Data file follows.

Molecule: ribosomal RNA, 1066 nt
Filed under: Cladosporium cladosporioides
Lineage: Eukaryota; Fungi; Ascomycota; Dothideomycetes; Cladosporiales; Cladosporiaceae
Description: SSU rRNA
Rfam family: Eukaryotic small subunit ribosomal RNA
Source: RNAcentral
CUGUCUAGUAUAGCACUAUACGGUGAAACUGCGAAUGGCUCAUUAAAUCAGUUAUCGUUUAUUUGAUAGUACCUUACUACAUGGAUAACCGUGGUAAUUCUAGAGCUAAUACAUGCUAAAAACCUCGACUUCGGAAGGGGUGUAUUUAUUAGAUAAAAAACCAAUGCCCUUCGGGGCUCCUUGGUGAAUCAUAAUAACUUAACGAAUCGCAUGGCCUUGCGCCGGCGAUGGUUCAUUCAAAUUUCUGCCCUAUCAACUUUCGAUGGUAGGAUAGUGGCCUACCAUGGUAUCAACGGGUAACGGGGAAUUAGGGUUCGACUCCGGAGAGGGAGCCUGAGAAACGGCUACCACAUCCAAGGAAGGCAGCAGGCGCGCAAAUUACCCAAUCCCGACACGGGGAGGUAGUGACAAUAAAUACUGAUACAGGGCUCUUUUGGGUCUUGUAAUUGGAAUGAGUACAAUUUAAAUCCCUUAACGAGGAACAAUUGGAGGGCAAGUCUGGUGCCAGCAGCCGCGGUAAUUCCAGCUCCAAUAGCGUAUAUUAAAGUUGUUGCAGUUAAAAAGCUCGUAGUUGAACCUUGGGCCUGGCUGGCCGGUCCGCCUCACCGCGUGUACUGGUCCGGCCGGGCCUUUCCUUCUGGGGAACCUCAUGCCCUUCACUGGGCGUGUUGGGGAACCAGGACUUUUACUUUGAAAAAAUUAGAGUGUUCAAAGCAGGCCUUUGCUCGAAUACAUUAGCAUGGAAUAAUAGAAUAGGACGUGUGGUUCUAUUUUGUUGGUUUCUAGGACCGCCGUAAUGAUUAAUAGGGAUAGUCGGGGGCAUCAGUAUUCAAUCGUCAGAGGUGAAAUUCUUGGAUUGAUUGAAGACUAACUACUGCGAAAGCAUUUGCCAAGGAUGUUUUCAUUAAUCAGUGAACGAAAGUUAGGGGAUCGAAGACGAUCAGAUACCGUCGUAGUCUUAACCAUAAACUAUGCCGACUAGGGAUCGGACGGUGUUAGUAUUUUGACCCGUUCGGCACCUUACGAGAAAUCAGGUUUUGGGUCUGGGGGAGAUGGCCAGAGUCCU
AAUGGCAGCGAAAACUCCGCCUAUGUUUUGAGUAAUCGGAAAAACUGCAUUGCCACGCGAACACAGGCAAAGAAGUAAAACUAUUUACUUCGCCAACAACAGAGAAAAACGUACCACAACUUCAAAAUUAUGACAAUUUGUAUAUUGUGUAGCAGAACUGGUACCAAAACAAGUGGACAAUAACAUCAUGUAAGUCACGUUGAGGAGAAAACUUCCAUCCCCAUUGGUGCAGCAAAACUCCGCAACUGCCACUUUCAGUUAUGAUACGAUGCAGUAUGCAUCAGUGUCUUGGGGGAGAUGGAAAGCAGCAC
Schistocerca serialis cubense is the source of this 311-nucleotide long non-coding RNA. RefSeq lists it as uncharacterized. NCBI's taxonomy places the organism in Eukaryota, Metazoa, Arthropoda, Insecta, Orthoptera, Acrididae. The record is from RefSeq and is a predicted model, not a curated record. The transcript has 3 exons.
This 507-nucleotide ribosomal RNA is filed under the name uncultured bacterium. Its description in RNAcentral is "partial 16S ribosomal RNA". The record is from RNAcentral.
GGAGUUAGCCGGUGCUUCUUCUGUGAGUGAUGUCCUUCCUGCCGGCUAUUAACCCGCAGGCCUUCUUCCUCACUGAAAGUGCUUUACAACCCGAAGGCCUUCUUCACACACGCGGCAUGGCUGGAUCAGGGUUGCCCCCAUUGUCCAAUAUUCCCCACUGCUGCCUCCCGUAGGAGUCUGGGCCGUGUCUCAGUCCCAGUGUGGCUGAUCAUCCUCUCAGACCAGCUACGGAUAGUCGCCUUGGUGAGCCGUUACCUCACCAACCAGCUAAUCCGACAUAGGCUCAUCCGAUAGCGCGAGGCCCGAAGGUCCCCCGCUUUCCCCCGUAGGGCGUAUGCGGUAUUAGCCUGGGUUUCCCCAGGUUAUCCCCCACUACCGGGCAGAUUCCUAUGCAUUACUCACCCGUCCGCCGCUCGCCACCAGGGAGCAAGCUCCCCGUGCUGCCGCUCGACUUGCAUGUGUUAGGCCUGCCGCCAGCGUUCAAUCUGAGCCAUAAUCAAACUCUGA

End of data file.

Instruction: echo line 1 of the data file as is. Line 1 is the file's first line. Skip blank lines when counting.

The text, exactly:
Molecule: ribosomal RNA, 1066 nt